The Republic of Iraq is recovering after almost three decades of intermittent conflict, with a number of regional and international carriers having resumed services to the country following years of restricted access.
The country’s main international gateway is Baghdad International Airport, which is also the hub for national carrier Iraqi Airways, one of the Middle East’s oldest airlines. Services between Iraq and Europe resumed in Mar-2013 after a 23 year hiatus. Sulaymaniyah International Airport provides the major access point to the Kurdistan autonomous region, an area of increasing importance to the energy sector.
The Iraq Civil Aviation Authority is the specialist aviation regulator in Iraq. Its activities include airspace policy, flight permissions, safety regulations and economical regulations.
Airports in Iraq
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Kuwait Airways is saddled with one of the oldest and least efficient fleets in the Middle East, but the carrier is reportedly considering postponing its long awaited fleet order with Airbus, in favour of a deal involving short-term aircraft leases. The option to postpone the long-term solution may be the best avenue for the debt-laden carrier to accelerate replacement of its badly ageing aircraft, while sidestepping the political interference that has dogged previous acquisition plans.
Meanwhile, neighbouring Middle East airlines will add more than 50 widebody aircraft this year and another 50 in 2014, as carriers in the region continue to expand their fleets with high-capacity, long-range aircraft to fill out their globe-spanning networks. At the same time, they are dictating the options for other airlines in the region.
More than half of the aircraft scheduled to be delivered to the region over the next five years are widebody aircraft, including large numbers of next generation aircraft types such as the 787 and A350.
In a landmark development for their national carriers, Kuwait and Iraq have reached an agreement to the long running dispute over Iraqi Airways' debts to Kuwait Airways. The USD500 million settlement ends a conflict which has plagued the development of both airlines and also paves the way for the development of a joint Iraqi-Kuwaiti airline venture.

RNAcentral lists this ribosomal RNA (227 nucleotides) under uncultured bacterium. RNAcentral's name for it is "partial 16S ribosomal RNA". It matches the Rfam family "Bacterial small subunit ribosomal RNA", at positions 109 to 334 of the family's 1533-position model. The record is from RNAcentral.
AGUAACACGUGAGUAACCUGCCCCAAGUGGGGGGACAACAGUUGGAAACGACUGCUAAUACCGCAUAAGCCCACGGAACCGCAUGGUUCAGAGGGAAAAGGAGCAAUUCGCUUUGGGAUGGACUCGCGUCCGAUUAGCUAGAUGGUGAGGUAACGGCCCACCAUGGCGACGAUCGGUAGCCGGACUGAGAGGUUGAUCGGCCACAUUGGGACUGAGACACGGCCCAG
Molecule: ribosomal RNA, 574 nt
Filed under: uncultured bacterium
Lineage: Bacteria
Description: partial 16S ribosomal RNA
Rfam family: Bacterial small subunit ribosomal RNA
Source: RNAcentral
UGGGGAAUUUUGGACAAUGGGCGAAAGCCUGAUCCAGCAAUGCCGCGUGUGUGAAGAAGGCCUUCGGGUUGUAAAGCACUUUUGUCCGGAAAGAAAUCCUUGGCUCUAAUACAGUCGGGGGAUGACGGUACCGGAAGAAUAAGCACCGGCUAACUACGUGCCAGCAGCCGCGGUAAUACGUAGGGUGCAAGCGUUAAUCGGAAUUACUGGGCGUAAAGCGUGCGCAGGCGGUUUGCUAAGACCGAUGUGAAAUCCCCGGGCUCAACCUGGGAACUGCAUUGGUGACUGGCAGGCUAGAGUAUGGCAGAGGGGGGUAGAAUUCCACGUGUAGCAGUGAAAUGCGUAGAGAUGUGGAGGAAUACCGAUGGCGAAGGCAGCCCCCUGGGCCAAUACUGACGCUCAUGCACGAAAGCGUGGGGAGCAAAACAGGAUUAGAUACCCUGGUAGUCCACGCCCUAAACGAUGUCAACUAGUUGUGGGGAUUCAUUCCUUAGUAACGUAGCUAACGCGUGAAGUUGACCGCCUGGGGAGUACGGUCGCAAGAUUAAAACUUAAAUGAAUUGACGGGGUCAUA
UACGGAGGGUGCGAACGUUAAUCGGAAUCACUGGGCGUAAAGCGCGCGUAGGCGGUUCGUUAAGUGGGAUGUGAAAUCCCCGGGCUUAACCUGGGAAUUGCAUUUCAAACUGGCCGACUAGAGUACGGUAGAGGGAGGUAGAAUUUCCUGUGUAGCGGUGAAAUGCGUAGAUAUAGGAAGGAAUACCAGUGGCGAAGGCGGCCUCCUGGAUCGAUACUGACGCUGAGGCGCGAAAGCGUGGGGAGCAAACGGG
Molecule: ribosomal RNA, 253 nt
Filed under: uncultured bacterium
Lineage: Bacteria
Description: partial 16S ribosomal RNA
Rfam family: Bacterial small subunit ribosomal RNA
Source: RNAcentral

The two countries have initialled a final settlement agreement, under which Iraq agreed to pay Kuwait USD300 million in reparations over the destruction and seizure of Kuwait Airways assets during the 1990-1991 Gulf War. In addition, Iraq pledged to provide another USD200 million for a joint airline venture between the two nations. The funds for the joint venture will be paid in 1H2013. It is not yet clear what the new joint venture carrier will look like or what roles Kuwait Airways and Iraqi Airways will play in its establishment.
Another round of new routes to Iraq is occurring over the next few months, continuing the wave of expansion by international carriers as the country's economy develops and trade links grow. After almost two decades of limited activity, commercial aviation is playing an important role in the redevelopment of Iraq.
Between the early 1990s and 2000, Iraq was faced with heavy international sanctions, effectively preventing commercial travel. Royal Jordanian was the first international carrier to resume operations to the country, initially operating irregular cargo and charter services and then an on-again, off-again scheduled passenger service. It was only after the fall of the Hussein regime in 2003 that commercial airlines began to return to the country in any numbers.
What began as a trickle of airlines and a handful of routes become a torrent at the end of 2008. More than 20 airlines have added services to Iraq over the past three years. In the past six months alone, flydubai, Etihad Airways, Emirates, EgyptAir, Pegasus Airlines, Turkish Airlines and (the now defunct) Viking Hellas have all added new services or extra capacity into the country. Qatar Airways and Jazeera Airways are set to enter the Iraqi market in the next few months.
The UAE General Civil Aviation Authority has developed a new organisational structure to transform its management of flight management control operations and safety and security quality standards. GCAA launched its Comprehensive Transformation Programme in 2010 and has already developed new financial and strategic plans.
The political instability engulfing some North African states has extensive implications for tourism and aviation across the region. Already dozens of governments are warning their citizens to avoid travel to Egypt. Several have chartered aircraft to ferry their nationals out. Cairo Airport has been met with chaotic scenes in the past few days as thousands of foreigners seek to leave. In this special report, CAPA reviews the immediate aviation and tourism impacts from the North Africa/Middle East civil unrest.
Although the downturn in both passenger traffic and cargo volume from late 2007 led to a slowing of airport investment globally there have been signs latterly of renewed interest in new infrastructure investment. The Asia Pacific region is leading the world out of recession in respect of air transport related activity. Growth – both passenger and cargo – is expected to be at least two percentage points higher than the global average in 2010 and 2011, hastening demand for the infrastructure required to handle it.